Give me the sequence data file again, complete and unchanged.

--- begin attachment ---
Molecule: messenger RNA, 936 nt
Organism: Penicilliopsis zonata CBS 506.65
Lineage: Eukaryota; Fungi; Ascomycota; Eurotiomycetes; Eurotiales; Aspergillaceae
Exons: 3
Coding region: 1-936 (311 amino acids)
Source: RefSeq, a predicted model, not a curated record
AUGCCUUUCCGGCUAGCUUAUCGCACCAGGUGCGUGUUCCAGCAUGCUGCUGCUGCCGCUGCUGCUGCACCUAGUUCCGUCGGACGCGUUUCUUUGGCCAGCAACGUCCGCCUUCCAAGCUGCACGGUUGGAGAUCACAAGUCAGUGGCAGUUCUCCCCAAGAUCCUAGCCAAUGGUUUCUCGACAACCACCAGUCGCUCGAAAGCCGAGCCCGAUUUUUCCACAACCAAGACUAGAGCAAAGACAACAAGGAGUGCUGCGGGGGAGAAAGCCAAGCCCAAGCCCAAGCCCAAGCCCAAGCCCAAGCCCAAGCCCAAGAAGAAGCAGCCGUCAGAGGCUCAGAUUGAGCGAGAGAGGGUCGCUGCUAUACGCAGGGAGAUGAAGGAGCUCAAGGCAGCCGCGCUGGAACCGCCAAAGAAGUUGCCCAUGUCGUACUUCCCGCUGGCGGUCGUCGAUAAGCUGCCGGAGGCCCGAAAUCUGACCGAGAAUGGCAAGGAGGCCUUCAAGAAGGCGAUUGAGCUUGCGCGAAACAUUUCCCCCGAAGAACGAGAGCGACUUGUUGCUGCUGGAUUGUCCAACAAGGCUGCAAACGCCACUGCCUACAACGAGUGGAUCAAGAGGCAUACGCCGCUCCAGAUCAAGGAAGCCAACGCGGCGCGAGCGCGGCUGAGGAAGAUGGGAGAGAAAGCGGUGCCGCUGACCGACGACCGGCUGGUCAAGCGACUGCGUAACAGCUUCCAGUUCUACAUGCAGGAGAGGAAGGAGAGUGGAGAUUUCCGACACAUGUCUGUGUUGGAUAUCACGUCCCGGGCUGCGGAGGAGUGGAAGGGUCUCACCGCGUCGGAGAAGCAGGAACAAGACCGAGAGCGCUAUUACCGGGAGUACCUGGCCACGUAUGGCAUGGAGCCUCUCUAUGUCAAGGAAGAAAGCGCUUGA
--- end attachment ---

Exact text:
Molecule: messenger RNA, 936 nt
Organism: Penicilliopsis zonata CBS 506.65
Lineage: Eukaryota; Fungi; Ascomycota; Eurotiomycetes; Eurotiales; Aspergillaceae
Exons: 3
Coding region: 1-936 (311 amino acids)
Source: RefSeq, a predicted model, not a curated record
AUGCCUUUCCGGCUAGCUUAUCGCACCAGGUGCGUGUUCCAGCAUGCUGCUGCUGCCGCUGCUGCUGCACCUAGUUCCGUCGGACGCGUUUCUUUGGCCAGCAACGUCCGCCUUCCAAGCUGCACGGUUGGAGAUCACAAGUCAGUGGCAGUUCUCCCCAAGAUCCUAGCCAAUGGUUUCUCGACAACCACCAGUCGCUCGAAAGCCGAGCCCGAUUUUUCCACAACCAAGACUAGAGCAAAGACAACAAGGAGUGCUGCGGGGGAGAAAGCCAAGCCCAAGCCCAAGCCCAAGCCCAAGCCCAAGCCCAAGCCCAAGAAGAAGCAGCCGUCAGAGGCUCAGAUUGAGCGAGAGAGGGUCGCUGCUAUACGCAGGGAGAUGAAGGAGCUCAAGGCAGCCGCGCUGGAACCGCCAAAGAAGUUGCCCAUGUCGUACUUCCCGCUGGCGGUCGUCGAUAAGCUGCCGGAGGCCCGAAAUCUGACCGAGAAUGGCAAGGAGGCCUUCAAGAAGGCGAUUGAGCUUGCGCGAAACAUUUCCCCCGAAGAACGAGAGCGACUUGUUGCUGCUGGAUUGUCCAACAAGGCUGCAAACGCCACUGCCUACAACGAGUGGAUCAAGAGGCAUACGCCGCUCCAGAUCAAGGAAGCCAACGCGGCGCGAGCGCGGCUGAGGAAGAUGGGAGAGAAAGCGGUGCCGCUGACCGACGACCGGCUGGUCAAGCGACUGCGUAACAGCUUCCAGUUCUACAUGCAGGAGAGGAAGGAGAGUGGAGAUUUCCGACACAUGUCUGUGUUGGAUAUCACGUCCCGGGCUGCGGAGGAGUGGAAGGGUCUCACCGCGUCGGAGAAGCAGGAACAAGACCGAGAGCGCUAUUACCGGGAGUACCUGGCCACGUAUGGCAUGGAGCCUCUCUAUGUCAAGGAAGAAAGCGCUUGA